There are many reasons why restaurants are using tankless water heaters. They’re a great option because they offer a steady supply of hot water for operations such as kitchen sinks, dishwashers, laundry machines, bathrooms, and more. Here are a few other reasons why restaurants are choosing tankless water heaters to meet their needs.

Avoid Downtime

Avoiding downtime in your restaurant is key to providing quality customer service. If your dishwasher runs out of hot water, it’ll instantly slow down your business, since you’ll run out of clean dishes to serve food. When your business depends on hot water, you simply can’t afford to run out of it.

A tankless water heater supplies endless hot water. The burners heat the water that flows through the unit. This means you’re only heating the water you need, when you need it. You could run your dishwashers and faucets constantly, and not worry about running out of hot water.

Conserve Energy

A tankless water heater only consumes energy when there is a need for hot water. A conventional storage tank, on the other hand, is continuously using energy to keep a reserve of hot water. According to manufacturers, replacing your old unit with a tankless water heater can yield up to a 30% savings on the water heating portion of your utility bill.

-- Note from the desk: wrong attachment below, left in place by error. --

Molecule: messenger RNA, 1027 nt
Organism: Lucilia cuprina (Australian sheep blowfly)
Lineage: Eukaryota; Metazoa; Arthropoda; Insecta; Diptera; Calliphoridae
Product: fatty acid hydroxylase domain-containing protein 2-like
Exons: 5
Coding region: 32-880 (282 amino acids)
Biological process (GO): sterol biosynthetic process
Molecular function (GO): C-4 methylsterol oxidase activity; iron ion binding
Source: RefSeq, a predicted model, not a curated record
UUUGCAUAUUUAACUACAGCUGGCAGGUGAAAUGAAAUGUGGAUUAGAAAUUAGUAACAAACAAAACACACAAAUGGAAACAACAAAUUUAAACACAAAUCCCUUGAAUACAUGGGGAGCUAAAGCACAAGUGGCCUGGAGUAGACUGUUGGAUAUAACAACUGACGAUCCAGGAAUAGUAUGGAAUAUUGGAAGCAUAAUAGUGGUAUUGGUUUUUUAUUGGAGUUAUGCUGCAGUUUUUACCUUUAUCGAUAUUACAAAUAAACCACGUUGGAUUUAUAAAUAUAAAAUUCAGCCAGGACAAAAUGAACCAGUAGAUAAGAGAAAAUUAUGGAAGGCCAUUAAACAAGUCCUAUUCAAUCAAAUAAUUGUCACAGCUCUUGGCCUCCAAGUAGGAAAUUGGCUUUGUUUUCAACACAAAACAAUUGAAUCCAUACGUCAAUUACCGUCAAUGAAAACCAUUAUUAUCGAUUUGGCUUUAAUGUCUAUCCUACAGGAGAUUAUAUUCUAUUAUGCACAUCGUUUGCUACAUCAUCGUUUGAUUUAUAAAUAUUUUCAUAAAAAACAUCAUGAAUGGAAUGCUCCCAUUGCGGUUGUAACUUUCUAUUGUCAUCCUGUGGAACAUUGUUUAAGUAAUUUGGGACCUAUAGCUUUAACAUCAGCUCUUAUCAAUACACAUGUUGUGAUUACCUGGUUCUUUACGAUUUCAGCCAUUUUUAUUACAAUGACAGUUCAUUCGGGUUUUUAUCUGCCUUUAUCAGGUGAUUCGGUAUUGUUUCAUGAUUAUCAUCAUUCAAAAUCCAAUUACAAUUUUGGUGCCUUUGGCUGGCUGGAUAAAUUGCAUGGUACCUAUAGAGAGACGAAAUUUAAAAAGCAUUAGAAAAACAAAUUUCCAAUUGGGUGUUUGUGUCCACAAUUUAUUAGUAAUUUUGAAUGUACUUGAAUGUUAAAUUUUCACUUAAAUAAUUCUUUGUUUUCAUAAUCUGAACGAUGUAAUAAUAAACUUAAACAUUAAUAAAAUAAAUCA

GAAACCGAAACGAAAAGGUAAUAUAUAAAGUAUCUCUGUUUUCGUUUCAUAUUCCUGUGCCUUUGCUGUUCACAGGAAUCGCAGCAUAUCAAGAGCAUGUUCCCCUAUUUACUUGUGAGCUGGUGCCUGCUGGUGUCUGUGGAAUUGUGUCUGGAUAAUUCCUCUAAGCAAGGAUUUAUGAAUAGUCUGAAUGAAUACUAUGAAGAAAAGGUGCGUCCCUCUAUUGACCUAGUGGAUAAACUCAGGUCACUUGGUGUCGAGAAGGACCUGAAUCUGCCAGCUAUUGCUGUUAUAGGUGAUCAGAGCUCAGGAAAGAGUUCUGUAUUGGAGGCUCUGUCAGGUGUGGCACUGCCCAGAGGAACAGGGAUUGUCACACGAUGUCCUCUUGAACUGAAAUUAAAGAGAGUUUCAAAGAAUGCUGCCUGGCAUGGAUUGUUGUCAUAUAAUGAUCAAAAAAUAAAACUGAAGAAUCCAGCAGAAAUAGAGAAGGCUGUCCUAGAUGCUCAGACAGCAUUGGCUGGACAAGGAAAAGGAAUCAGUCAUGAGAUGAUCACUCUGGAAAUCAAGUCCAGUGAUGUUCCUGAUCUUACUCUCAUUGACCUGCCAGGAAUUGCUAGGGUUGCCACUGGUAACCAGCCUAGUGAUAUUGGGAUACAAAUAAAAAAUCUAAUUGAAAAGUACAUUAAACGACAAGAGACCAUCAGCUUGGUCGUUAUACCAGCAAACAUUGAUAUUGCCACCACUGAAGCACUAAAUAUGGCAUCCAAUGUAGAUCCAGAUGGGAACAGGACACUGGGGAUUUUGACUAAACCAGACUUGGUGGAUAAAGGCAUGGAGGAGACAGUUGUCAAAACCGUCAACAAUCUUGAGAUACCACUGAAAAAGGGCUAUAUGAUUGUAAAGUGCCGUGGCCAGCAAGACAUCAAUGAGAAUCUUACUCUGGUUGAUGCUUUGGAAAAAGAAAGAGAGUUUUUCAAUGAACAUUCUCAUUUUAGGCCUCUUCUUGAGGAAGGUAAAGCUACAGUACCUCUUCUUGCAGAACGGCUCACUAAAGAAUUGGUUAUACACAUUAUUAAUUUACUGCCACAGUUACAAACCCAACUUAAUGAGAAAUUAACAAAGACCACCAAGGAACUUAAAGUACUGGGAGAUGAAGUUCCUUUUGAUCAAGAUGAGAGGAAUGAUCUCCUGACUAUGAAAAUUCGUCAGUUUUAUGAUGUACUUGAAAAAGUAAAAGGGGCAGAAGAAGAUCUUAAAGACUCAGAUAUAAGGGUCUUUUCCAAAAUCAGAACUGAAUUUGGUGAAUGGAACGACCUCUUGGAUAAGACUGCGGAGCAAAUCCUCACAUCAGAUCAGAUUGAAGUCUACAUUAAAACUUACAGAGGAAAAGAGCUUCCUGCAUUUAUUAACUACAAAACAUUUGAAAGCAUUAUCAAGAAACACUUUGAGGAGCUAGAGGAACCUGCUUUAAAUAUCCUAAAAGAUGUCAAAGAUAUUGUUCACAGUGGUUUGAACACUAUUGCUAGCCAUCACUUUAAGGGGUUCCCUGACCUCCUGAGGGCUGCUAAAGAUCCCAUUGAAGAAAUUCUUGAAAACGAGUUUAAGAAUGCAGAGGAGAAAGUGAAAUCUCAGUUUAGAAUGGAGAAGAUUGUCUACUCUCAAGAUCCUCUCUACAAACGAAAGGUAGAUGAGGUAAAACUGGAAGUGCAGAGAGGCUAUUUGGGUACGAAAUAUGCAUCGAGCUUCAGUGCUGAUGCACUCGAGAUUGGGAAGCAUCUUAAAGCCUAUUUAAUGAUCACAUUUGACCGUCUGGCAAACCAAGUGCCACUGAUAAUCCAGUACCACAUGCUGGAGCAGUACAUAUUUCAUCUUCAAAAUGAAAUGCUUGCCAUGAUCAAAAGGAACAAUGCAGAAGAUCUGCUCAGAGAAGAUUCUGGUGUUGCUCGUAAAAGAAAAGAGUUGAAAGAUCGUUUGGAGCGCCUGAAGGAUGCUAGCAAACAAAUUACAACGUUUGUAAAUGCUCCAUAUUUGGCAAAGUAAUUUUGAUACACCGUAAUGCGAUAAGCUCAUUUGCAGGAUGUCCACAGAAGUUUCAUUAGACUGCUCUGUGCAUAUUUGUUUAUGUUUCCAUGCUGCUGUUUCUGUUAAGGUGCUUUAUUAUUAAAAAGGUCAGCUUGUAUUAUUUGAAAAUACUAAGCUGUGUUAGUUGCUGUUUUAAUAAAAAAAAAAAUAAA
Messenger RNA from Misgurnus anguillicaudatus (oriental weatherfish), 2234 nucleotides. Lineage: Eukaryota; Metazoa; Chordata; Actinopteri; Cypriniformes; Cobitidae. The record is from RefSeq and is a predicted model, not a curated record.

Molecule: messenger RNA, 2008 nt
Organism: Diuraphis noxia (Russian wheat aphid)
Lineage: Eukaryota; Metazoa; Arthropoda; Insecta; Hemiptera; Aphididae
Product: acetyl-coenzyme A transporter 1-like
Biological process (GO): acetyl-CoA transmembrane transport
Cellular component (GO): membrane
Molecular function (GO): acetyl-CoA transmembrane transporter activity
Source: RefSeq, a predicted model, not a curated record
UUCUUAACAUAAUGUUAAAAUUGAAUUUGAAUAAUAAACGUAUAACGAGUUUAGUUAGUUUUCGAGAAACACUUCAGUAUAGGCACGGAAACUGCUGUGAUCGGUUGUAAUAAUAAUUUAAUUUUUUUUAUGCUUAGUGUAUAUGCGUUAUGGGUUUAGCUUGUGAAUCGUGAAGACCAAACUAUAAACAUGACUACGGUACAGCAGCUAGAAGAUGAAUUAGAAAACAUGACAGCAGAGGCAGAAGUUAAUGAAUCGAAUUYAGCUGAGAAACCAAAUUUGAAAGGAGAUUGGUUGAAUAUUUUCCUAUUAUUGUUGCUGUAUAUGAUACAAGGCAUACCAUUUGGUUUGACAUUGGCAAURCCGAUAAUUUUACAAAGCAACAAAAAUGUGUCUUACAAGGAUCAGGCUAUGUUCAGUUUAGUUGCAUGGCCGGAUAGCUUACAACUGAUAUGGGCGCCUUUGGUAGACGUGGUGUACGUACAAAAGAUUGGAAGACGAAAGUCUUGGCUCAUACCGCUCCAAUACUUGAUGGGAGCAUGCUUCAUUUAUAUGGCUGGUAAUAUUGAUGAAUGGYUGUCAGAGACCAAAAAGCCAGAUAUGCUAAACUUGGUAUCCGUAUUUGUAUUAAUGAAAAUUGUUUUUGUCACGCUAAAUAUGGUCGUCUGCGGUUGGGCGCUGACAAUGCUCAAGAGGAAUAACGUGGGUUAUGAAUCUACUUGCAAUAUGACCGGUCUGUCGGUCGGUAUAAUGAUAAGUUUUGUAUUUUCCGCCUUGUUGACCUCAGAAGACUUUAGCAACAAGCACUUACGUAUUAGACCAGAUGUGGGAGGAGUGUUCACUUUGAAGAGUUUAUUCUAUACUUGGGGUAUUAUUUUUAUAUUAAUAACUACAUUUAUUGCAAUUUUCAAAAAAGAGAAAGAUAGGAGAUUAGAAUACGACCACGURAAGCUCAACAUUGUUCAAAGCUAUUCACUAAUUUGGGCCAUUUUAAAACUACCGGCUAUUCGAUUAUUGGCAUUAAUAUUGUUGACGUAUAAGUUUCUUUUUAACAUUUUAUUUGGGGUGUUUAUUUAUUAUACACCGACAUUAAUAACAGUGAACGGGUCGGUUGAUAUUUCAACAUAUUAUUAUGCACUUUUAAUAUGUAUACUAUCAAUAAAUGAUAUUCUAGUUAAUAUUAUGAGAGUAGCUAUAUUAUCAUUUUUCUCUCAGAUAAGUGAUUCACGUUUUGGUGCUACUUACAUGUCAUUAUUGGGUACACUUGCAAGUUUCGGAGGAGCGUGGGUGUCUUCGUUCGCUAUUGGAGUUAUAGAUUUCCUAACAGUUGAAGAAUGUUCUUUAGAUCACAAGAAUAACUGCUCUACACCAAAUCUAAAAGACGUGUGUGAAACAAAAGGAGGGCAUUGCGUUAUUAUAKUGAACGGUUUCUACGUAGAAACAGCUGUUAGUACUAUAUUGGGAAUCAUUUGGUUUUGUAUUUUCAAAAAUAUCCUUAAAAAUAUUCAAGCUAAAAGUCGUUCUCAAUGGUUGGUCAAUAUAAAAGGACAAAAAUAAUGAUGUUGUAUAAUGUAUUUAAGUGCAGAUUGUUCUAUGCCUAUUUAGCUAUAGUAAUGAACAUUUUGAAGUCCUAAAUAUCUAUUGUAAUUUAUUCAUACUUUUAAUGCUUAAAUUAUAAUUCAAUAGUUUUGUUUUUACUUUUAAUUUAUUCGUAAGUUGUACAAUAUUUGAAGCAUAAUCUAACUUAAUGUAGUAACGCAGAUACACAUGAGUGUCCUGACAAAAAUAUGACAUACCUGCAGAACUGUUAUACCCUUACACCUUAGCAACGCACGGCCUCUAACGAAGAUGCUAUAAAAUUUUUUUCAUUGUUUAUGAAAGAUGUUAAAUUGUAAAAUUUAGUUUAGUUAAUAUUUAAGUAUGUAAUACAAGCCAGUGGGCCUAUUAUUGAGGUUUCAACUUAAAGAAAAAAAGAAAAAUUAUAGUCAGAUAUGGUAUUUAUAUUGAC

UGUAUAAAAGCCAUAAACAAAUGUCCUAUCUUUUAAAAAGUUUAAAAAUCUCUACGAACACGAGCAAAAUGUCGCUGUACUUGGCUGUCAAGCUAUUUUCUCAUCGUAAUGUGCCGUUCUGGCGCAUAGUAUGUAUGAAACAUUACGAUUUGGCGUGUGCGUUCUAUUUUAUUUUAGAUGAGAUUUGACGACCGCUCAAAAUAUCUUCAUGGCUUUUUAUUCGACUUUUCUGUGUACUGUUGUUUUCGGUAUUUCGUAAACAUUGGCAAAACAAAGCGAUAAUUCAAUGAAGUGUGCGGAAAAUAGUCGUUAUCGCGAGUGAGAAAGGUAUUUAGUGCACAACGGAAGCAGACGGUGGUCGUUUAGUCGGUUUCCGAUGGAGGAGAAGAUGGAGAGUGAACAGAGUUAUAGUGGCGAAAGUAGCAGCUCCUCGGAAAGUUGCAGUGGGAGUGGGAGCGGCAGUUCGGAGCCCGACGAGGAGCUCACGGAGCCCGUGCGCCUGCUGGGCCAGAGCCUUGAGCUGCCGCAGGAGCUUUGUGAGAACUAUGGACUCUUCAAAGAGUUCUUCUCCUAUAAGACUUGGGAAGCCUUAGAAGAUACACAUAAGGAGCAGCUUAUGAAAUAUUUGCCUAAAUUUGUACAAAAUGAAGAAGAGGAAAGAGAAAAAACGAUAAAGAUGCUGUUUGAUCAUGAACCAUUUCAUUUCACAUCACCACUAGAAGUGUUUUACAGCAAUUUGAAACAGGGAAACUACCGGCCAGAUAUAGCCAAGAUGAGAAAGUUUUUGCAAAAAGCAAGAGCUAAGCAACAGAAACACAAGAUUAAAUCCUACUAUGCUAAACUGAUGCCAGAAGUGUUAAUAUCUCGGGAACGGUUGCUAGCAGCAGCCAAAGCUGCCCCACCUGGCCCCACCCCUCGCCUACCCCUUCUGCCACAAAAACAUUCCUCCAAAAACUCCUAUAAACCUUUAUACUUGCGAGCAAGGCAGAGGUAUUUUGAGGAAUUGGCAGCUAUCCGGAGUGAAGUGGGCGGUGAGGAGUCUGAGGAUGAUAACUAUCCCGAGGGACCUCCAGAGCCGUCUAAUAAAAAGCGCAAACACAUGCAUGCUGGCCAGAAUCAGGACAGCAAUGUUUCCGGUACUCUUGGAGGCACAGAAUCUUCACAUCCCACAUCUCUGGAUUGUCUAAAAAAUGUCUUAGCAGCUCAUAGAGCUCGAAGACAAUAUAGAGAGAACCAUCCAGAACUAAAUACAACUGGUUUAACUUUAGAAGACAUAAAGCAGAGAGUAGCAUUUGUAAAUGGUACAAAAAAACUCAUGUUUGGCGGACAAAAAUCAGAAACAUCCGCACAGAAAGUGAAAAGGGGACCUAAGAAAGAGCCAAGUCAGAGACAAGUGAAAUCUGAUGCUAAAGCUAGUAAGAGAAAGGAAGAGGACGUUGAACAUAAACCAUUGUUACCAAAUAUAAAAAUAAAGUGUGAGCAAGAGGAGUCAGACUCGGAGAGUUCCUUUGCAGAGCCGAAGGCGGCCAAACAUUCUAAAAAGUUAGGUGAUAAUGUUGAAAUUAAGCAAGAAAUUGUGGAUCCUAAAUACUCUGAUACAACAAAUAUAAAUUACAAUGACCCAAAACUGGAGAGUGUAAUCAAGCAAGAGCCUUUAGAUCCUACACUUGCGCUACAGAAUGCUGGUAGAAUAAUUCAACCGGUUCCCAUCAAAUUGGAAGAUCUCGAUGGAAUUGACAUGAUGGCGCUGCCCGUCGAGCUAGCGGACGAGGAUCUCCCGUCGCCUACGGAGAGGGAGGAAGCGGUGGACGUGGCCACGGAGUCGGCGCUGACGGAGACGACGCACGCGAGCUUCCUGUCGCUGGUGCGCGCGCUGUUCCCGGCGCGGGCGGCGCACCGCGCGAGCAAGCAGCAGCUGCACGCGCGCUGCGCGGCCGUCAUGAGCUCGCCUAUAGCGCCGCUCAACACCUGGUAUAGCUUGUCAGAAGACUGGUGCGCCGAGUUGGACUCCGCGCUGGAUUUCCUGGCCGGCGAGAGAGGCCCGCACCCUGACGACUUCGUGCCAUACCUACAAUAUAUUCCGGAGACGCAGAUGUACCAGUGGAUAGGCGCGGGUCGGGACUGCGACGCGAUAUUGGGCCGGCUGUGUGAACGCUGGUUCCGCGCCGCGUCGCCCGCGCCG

Save Space

Traditional water heater tanks are large contraptions that take up a lot of room. If you’re trying to minimize the amount of space your heater uses, a tankless water heater is worth checking out. Not only are they smaller than a traditional water heater, they’re also lightweight and can be wall mounted. You can have a tankless system installed in an inconspicuous place, such as a utility closet, basement, or even outside.

Maintenance Needs and Costs

Maintaining your water heater is important, whether you have a tankless or conventional unit. This can help prolong the life of your heater as well as prevent costly repairs. The good news about a tankless water heater is that if something goes wrong, many of the individual parts of the unit can be repaired or replaced. Compared to replacing a conventional water heater, this can save you a lot of money.

Maintaining a tankless water heater takes a little effort and requires the help of a professional. The team at Forrest Anderson is ready to help you care for your unit. We can:

  • Flush your system. The harder the water in your area, the more frequently you’ll need your unit flushed.
  • Clean and descale the inside of the unit. Regular cleaning will extend the life of your tankless water heater.
  • Clean the vents. Vents that are clear of debris and dust will allow the unit to function properly.

If you already have a tankless water heater, you know the benefits the system can bring. We’re here to help you maintain your unit and get the most out of it. If you haven’t taken the plunge yet and you’re wondering if installing a tankless system would be right for your restaurant business, contact Forrest Anderson today.